The more we buy mass-produced foods, the more it empowers agro-business and the fewer farms there will be. The more we shop at supermarkets, the fewer neighborhood markets there will be. Already we are almost trapped by agro-business and its sales outlets. Soon, there will be no escape. As it stands right now, only a privileged few can afford real, clean, and sustainable food; soon, even the privileged will have little access to such food. The fewer local farms we have, the more expensive their food becomes and the more difficult it is for local farms to feed the local population. Once the farms are gone, only mass-produced food is left.
Hadley, Massachusetts, is known as having the best asparagus in the world. Though just an hour or so outside of Boston, it is near impossible to find asparagus grown in Hadley in Boston. Futures of the asparagus are sold; mostly to France and Japan, I am told. Instead of a wonderful spring vegetable for a local dish, Hadley asparagus has become a boutique item for other parts of the world. Yet in spring, summer, winter, or fall, asparagus flown in from Peru is half the price of in-season asparagus grown on a family farm in New England. And I must admit it seems a bit shameful to complain about such a situation in the U.S., when so many peoples around the world local resources have been diverted to produce food for Americans.
The late summer is tomato season in New England. The glory of a local tomato salad on a warm summer night in Boston is something which we can only enjoy a couple of months a year. The flavor of our farmers' tomatoes are spectacular. Especially when bought at a local shop or farmers' market, where we actually speak with the people involved in harvesting and distributing our food, people who are part of our community. These tomatoes were not sprayed with anything; the soil was not ruined by chemicals or monoculture farming. These tomatoes traveled only a few dozen miles and were grown outside, thus using only a little energy and creating little pollution. The farmer, part of our community, was deservedly paid and did not exploit anyone or the land. No one was ripped off during the whole transaction, and the tomatoes were available to everyone in Boston during the late summer months.
Yet the rest of the year we still expect to have fresh tomatoes available, and they are called for in many dishes. Fresh tomatoes are considered year-round staples. There is never any questioning tomatoes in March, their integrity or their source. We have become used to hydroponic tomatoes flown in from Mexico or Holland. Instead of focusing our efforts on bringing in tomatoes year-round to Boston, we should focus making the Northeast corridor able to feed itself now and in the future. At the very least, these factory-grown tomatoes do make our local tomatoes taste even more wonderful. We are so used to the mealy, flavorless (or artificially flavored) hydro-tomato that when we taste a real one, it seems so special. This is one reason why local farmers are not perceived as the people who raise our food, but as the producers of specialty items.
Another reason farmers are considered purveyors of specialty foods is their prices. Let us end the idea right now that local, clean, and sustainable foods result in a high profit for the producer and the retailer -- trust me, there is absolutely no money in sustainable food. When food is handled as sustenance -- not as a commodity -- there is little profit to be had. That is why real food is so rare and so hard to come by now. The perverted twist is that it would seem logical that food transported for days around the world would cost more than something fresh and local. But quite the opposite is true. Nobody considers what the true price of real food is. Nobody is outraged that what most working-class people can afford, and even the middle class can afford, is nothing more than mass-produced, cheapened food.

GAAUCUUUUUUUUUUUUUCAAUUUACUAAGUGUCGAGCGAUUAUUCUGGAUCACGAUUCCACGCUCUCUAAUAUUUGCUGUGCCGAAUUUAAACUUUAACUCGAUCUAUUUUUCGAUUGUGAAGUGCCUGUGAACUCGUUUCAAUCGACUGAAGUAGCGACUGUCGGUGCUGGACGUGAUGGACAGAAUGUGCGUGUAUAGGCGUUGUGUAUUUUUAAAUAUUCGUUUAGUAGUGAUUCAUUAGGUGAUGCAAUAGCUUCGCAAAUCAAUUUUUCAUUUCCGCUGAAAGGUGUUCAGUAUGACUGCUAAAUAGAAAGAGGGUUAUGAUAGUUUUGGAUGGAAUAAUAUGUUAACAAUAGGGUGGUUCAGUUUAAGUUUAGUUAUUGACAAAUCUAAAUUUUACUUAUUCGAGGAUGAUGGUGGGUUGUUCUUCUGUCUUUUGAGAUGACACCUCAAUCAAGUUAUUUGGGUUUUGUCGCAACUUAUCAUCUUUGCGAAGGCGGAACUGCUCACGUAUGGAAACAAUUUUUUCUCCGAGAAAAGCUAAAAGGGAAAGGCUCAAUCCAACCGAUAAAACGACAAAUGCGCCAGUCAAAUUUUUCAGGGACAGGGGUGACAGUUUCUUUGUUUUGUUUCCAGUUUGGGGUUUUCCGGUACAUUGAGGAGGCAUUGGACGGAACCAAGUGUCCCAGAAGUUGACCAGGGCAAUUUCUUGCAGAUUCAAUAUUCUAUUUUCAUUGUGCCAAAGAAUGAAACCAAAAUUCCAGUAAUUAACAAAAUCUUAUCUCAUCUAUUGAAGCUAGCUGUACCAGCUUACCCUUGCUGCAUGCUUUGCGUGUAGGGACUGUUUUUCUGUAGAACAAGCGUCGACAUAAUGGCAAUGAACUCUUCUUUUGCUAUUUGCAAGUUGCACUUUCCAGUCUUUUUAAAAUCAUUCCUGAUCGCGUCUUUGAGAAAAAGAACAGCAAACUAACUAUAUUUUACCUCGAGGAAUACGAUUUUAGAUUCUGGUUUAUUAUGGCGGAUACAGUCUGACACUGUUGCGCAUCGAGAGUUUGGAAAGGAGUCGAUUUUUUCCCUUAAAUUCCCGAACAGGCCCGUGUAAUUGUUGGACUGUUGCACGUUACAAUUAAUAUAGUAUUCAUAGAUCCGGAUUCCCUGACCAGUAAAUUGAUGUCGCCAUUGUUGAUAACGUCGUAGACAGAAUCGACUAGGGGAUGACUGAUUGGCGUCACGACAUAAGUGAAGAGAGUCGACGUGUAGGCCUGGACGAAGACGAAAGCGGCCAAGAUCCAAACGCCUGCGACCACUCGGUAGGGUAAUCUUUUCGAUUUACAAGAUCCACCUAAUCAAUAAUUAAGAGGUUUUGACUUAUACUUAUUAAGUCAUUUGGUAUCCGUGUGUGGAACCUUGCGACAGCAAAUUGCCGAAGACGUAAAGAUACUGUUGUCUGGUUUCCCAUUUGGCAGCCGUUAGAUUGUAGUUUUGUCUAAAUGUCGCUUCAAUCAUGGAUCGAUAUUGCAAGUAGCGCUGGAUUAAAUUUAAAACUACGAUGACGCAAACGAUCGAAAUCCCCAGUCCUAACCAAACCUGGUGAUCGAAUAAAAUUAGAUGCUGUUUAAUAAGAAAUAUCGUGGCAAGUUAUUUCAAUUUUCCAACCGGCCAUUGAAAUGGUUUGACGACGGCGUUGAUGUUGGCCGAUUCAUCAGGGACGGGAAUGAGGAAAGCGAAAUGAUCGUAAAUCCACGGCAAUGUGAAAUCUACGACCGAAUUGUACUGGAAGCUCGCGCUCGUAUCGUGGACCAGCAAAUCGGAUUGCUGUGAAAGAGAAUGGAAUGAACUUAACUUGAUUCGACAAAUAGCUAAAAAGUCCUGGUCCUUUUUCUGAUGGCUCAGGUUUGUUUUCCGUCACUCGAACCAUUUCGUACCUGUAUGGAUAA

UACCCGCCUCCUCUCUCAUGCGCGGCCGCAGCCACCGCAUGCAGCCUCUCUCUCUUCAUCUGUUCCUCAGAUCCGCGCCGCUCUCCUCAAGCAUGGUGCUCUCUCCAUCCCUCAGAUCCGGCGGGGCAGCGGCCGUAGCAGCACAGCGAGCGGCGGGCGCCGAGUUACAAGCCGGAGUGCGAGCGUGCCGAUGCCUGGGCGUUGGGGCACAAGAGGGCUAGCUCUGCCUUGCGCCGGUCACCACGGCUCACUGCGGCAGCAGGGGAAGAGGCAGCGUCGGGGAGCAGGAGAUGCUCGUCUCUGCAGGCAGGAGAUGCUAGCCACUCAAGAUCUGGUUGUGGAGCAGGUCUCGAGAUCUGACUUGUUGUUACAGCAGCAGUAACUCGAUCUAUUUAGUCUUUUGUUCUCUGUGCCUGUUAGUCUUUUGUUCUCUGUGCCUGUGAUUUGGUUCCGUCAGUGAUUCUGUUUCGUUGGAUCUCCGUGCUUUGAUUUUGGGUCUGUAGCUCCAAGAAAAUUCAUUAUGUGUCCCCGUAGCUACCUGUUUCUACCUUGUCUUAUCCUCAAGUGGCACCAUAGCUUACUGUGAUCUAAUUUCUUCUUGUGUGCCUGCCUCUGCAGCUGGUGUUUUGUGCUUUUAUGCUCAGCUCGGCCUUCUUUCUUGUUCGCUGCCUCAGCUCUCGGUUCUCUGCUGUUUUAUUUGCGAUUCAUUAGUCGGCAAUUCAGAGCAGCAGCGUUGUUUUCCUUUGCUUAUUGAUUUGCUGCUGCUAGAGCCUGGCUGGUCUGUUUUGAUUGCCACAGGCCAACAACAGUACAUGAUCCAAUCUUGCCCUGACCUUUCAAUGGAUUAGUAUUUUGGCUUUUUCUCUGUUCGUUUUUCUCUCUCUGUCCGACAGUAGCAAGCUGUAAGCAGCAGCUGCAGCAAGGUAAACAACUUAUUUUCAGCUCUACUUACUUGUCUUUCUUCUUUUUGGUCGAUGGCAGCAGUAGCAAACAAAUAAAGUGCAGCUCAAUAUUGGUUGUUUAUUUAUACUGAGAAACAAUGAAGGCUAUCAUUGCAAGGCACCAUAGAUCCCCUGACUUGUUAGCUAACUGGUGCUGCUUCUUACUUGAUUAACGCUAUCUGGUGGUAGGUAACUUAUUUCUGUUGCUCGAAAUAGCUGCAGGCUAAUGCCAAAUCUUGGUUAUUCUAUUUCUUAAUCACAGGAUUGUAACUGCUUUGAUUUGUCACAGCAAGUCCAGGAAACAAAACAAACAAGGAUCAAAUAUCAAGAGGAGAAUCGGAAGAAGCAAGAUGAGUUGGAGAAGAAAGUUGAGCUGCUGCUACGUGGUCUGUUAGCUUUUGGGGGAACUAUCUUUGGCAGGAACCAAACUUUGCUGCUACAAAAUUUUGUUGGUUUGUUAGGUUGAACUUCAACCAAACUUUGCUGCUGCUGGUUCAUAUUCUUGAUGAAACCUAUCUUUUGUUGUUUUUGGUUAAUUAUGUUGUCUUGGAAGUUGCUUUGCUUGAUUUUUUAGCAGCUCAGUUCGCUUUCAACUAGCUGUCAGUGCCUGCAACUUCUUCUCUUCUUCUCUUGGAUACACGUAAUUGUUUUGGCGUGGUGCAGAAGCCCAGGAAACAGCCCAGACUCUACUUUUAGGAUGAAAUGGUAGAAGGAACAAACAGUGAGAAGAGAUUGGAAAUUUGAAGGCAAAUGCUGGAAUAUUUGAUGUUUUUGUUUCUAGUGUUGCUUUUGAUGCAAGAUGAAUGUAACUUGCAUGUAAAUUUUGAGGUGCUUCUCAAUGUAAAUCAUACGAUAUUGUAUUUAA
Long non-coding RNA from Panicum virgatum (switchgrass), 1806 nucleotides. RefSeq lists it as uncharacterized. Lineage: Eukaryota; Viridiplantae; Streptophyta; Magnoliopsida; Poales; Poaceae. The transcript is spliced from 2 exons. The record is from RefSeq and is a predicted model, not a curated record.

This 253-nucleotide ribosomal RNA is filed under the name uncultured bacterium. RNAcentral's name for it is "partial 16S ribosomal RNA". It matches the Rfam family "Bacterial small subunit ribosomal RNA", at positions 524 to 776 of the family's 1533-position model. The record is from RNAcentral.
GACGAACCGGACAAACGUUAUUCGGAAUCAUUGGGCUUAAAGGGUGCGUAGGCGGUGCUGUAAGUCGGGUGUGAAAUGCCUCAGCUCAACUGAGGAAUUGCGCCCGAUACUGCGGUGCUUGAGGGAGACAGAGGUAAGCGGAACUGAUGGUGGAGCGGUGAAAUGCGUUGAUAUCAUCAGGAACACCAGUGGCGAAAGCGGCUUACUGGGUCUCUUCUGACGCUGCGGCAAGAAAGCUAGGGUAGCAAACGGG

There are, of course, the Whole Foods, Wal-Marts, Trader Joes, and other chain supermarkets trying to sell organic foods. Everyone knows these places are cheaper than local markets and farmers' markets, but rarely do people think about how supermarkets work. People are generally aware of the smaller mark-up chain supermarkets can afford, as compared with an independent neighborhood market, as well as all the corporate capital and funding behind them. But few often think about what is involved in producing enough of a particular food for every shelf of their hundreds or thousands of outlets across the region or country. You can't see the devastating effects of monoculture farming in the sterile and lifeless supermarket. The food looks so perfect and seems so abundant. And with such cheap prices, why ask questions? Sustainable farming does not have the ability to be mass produced; it cannot be sold at the level of a chain supermarkets. Corners must be cut to keep costs low, production must increase to fill the shelves, the laws of nature must be beaten by science to allow for year round production, and if the weather cannot yet be defeated, then the product should be mass-produced and imported from another part of the world.
Listen, Thanksgiving 2006: Whole Foods Boston was selling a "fully pastured naturally raised" turkey for $1.99/lb. That is painfully cheap. Was it trying to compete with the half-dozen small town turkey farmers still left in Massachusetts or the handful of farmers selling turkeys to their regular customers at the farmers' markets or through community-supported agriculture (CSA)? Probably not. Such consumers of locally raised food still have an appreciation for the tradition of buying a turkey from the same place every year or still get pleasure from buying their turkeys directly from their friend, the farmer, or a neighborhood shop. Whole Foods was trying to compete with the other big supermarkets, who sell cheap food.